Training Needs Assessment for the East African Centre of Excellence in Oncology
Makerere University College of Health Sciences (MakCHS)
Uganda Cancer Institute (UCI)
MetadataShow full item record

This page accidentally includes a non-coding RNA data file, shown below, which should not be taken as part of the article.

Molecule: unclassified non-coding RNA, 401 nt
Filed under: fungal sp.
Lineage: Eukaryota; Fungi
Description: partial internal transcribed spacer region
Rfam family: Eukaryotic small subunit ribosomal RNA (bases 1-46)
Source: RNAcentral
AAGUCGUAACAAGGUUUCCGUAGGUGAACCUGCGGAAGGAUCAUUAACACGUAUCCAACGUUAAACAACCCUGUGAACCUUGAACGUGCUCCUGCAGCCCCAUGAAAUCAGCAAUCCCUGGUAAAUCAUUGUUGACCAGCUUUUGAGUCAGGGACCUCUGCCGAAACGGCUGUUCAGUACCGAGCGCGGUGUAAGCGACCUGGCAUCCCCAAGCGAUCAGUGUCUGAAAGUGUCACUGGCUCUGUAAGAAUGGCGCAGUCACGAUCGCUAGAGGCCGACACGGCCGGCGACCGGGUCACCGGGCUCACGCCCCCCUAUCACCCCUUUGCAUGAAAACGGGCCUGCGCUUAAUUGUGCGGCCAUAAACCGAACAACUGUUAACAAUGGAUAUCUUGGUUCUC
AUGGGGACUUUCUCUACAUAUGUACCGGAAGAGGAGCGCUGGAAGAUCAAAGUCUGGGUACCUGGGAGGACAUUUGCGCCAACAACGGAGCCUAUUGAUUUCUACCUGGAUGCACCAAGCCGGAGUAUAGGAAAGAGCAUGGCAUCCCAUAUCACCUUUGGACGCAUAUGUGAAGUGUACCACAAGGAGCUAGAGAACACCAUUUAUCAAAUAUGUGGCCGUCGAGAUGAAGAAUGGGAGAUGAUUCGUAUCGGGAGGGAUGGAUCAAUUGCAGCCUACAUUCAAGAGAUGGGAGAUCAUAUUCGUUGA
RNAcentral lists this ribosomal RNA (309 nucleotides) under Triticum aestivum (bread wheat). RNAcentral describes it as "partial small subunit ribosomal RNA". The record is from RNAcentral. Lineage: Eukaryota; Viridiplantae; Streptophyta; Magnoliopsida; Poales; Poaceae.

The East African Centre of Excellence in Oncology (EACO), formerly the Uganda Cancer Institute (UCI) was originally founded as a collaborative research institution. The Institute holds a global legacy of providing the first description of Burkitt’s lymphoma and pioneering the first delivery of combination chemotherapy for treatment of primary cancer of the liver. Today, the EACO remains active in training and conducting research on cancer with particular relevance to Uganda and the East African region. The institute has become a regional referral centre for cancer care serving the East African countries: Uganda, Kenya, Tanzania, Rwanda, Burundi and Southern Sudan. However, the UCI also receives patients that require specialized cancer treatment and care from as far as Sudan and the Democratic Republic of Congo (DRC). Worldwide, more than half (56.8%) of the 14.1 million cases and almost two-thirds (64.9%) of the 8.2 million cancer deaths that occurred in 2012 were in the less-developed regions of the world (Torre et al., 2015, GLOBOCAN, 2012). The trend in global cancer burden is projected to increase by 50% by 2030 with most of the increases occurring in the low- and middle-income countries (LMICs) (Torre et al., 2015, Parkin et al., 2014). There is increasing incidence of cancers diagnosed late and accompanying mortality with unacceptably high mortality: incidence ratio in the low-income Sub-Saharan African countries compared to high income countries (HICs) countries (Caplan, 2014, Sainsbury et al., 1999, Richards et al., 1999, Saadatmand et al., 2015, Porta et al., 1991, Neal et al., 2015). Cancer already accounts for more deaths in the developing world than tuberculosis, malaria, and HIV/AIDS combined (Kerr and Midgley, 2010). In 2008, the American Cancer Society estimated that 56% of incident cases and 64% of deaths due to cancer occurred in LMICs, and in paediatrics, the numbers are even more skewed, with 80% of incident cases and deaths due to childhood cancers in LMICs (ACS, 2010). Within the next decade, global cancer rates are predicted to more than double, but this burden will not be borne equally; death rates in LMICs are expected to be five-fold higher than in HICs (Rastogi, Hildesheim and Sinha, 2004). Cancer therefore remains one of the leading causes of mortality in Sub-Saharan Africa. Training of health care workers in effective cancer care knowledge and skills has been identified as one way of improving cancer health care and reducing cancer-related mortality in Sub-Saharan Africa. Cognizant of the need for enhancing the capacity of health workers to offer improved cancer care services in the region and in order to validate the needs of health workers involved in cancer care, the East African Centre of Excellence in Oncology under the auspices of the African Development Bank undertook a training needs assessment. The primary focus of this training needs assessment/analysis was to identify gaps in the knowledge, skills and attitudes of health workers that are involved in the provision of cancer care services at the UCI in order to formulate appropriate training interventions. The Training Needs Assessment was conducted through consultation and engagement with various stakeholders through surveys, in-depth interviews and focus group discussions. These stakeholders included the health workers involved in cancer care especially at UCI, MaKCHS, other training institutions, medical students, directors of regional referral hospitals, officials from MoH and MoES, directors of private hospitals, cancer patients and their care givers and the rest of the wider community. In addition, reviews of documents that included newspapers were done. Benchmarking visits to the other East African countries that included Kenya and Tanzania were also carried out to identify best practices as well as bottlenecks that were essential in formulating appropriate training interventions for the UCI staff. All these engagements with various stakeholders assisted in studying the current situation and identifying training gaps of the health workers involved in cancer care. This thus provided a 3600 degree analysis of the existing gaps that would require training to enhance the health workers capacity to deliver the much-needed comprehensive cancer care in the region. Analysis of the findings indicated that the health workers were making great effort to provide the much-needed comprehensive cancer care. However, there were significant gaps between what is currently provided and what would be ideally required. It is these gaps where urgent training interventions are needed to improve the capacity of the health workers. Key areas such as cancer-related research, pain management, counselling, communication and inter-personal skills, skills in palliative care, specialized oncology-specific Fellowships, psychiatric oncology as well as ethics and professionalism among health workers reflected training gaps and hence the need to address them through capacity building training packages. Cognizant of these findings that include knowledge and skills gaps, responsibilities and needed competencies of various cadres of health workers involved in cancer care and the preferred mode and duration of training, a CME/CPD guideline has been proposed that can potentially address the identified gaps and improve the capacity of health workers to offer better cancer care service.